Imagine yourself as a diligent and hardworking investor, who has trusted his money to a financial advisor with a wealth of experience. You have done your research, felt confident about their abilities to manage your portfolio, and performed due diligence. You discover there has been a breach in fiduciary duties. Your advisor placed leveraged ETFs in your account when they shouldn’t have been. This is a nightmare, right?
John Ceurvorst, who is a registered financial advisor with Securities America, Inc., and currently works for Pursuit Wealth Management, experienced this with a client. The client claimed a breach in fiduciary duties with the management of his accounts and sought damages of $171,000 Originally filed as a civil matter, the case moved to arbitration where it was settled at $140,000.
What is a breach of fiduciary duty?
Financial advisors who are required to act in clients’ best interests fail to do so. Like a trusted physician prescribing harmful medicine to a patient. This breach can cause significant financial loss in the world of finance, as it did with the client of Mr. Ceurvorst.
What can you do in the event that you are faced with a similar scenario?
There is hope for those who feel lost. Financial Industry Regulatory Authority offers arbitration as an alternative to court litigation. It is a more informal, faster and less expensive method of resolving disputes between advisors and investors.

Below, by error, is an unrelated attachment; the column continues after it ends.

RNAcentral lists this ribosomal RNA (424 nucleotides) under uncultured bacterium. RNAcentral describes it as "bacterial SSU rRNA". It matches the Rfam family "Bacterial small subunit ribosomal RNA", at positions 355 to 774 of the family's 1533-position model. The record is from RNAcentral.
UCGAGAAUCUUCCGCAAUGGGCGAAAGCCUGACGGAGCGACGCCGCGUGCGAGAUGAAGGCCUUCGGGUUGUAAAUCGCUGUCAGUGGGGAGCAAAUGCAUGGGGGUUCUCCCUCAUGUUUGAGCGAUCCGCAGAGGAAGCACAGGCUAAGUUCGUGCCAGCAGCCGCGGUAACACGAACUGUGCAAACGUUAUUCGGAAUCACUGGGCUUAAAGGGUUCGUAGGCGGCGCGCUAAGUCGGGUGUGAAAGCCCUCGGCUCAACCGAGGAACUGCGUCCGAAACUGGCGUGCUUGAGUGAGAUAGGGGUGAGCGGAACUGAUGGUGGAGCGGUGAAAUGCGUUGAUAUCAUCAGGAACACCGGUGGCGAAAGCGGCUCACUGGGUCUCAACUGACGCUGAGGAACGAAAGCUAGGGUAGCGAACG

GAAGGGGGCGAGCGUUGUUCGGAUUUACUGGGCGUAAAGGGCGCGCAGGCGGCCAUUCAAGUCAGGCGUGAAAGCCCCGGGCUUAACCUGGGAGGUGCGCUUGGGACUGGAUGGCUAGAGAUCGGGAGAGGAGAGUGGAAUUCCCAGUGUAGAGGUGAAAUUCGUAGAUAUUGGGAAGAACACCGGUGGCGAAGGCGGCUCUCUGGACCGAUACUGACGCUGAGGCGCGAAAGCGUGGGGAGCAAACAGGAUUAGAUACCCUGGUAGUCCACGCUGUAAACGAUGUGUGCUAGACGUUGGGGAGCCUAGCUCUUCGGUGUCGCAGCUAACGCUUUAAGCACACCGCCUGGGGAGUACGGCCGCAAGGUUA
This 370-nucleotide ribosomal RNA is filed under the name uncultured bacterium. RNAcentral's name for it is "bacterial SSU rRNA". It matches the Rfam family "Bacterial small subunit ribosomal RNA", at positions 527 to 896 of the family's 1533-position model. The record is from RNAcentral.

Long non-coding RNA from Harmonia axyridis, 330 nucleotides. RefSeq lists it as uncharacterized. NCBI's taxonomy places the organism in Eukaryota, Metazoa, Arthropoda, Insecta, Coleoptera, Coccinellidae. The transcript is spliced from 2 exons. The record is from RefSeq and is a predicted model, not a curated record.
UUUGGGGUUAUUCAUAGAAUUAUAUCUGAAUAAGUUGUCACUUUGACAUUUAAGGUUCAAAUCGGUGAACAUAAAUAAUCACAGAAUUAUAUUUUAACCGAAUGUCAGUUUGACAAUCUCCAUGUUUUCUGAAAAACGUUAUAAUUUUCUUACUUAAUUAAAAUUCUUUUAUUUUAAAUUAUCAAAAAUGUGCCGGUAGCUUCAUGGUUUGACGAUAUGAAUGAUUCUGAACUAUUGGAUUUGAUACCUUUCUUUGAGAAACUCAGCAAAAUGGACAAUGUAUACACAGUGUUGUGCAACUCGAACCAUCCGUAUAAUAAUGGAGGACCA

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How does FINRA arbitration work?
Imagine FINRA arbitration like a courtroom but without the intimidation. An arbitrator, or panel of neutral arbitrators, hears the case in place of a courtroom judge and jury. The arbitrator decides after both parties have presented their arguments.
FINRA arbitral decisions are binding and final. There is no appeal. It’s a bit like a basketball game in which the final score decides the winner. This finality is in the investors’ favor if they have lost money due to poor account management.
Interested in finding out more about FINRA’s arbitration process? Click here Visit their website.
Can investors recover their losses?
Yes, they are. Arbitration was successful in the case of M. Ceurvorst’s client. He recovered $140,000 from his claimed losses. You’re like a person who finds a lifeboat on the ocean. It won’t get you back where you started but it will help you survive and keep moving forward.
It shouldn’t feel like you are gambling with your hard-earned cash when you invest it with a financial adviser. Your advisor should act in your best interests. If you are the victim of a breach in fiduciary duties, you are not alone. FINRA arbitration can help you to navigate through the turbulent waters and recover your losses.
Does it really matter? Absolutely. In the end, money is not everything. It’s not just about the money. It is also about justice and accountability. And the assurance that financial institutions have the best interests of their investors in mind.